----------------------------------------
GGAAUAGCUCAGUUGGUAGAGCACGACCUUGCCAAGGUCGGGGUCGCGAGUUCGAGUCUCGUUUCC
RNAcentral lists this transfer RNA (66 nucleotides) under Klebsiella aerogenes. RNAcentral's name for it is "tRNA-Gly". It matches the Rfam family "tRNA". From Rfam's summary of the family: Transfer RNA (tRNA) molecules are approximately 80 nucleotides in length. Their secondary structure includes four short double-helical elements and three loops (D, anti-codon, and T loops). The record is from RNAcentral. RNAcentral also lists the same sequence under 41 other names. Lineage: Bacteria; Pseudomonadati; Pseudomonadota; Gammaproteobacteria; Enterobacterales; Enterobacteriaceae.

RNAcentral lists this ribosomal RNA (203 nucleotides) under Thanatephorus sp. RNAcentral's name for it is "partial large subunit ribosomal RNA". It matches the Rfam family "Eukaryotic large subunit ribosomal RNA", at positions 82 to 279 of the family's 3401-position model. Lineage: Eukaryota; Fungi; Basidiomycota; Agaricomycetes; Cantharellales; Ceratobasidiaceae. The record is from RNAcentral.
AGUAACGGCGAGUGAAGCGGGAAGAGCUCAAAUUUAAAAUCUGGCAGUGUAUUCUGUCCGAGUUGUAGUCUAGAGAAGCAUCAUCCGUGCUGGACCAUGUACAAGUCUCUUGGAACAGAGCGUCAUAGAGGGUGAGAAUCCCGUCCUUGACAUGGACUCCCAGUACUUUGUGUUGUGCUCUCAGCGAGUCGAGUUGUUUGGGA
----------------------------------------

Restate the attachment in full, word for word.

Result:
GGAAUAGCUCAGUUGGUAGAGCACGACCUUGCCAAGGUCGGGGUCGCGAGUUCGAGUCUCGUUUCC
RNAcentral lists this transfer RNA (66 nucleotides) under Klebsiella aerogenes. RNAcentral's name for it is "tRNA-Gly". It matches the Rfam family "tRNA". From Rfam's summary of the family: Transfer RNA (tRNA) molecules are approximately 80 nucleotides in length. Their secondary structure includes four short double-helical elements and three loops (D, anti-codon, and T loops). The record is from RNAcentral. RNAcentral also lists the same sequence under 41 other names. Lineage: Bacteria; Pseudomonadati; Pseudomonadota; Gammaproteobacteria; Enterobacterales; Enterobacteriaceae.

RNAcentral lists this ribosomal RNA (203 nucleotides) under Thanatephorus sp. RNAcentral's name for it is "partial large subunit ribosomal RNA". It matches the Rfam family "Eukaryotic large subunit ribosomal RNA", at positions 82 to 279 of the family's 3401-position model. Lineage: Eukaryota; Fungi; Basidiomycota; Agaricomycetes; Cantharellales; Ceratobasidiaceae. The record is from RNAcentral.
AGUAACGGCGAGUGAAGCGGGAAGAGCUCAAAUUUAAAAUCUGGCAGUGUAUUCUGUCCGAGUUGUAGUCUAGAGAAGCAUCAUCCGUGCUGGACCAUGUACAAGUCUCUUGGAACAGAGCGUCAUAGAGGGUGAGAAUCCCGUCCUUGACAUGGACUCCCAGUACUUUGUGUUGUGCUCUCAGCGAGUCGAGUUGUUUGGGA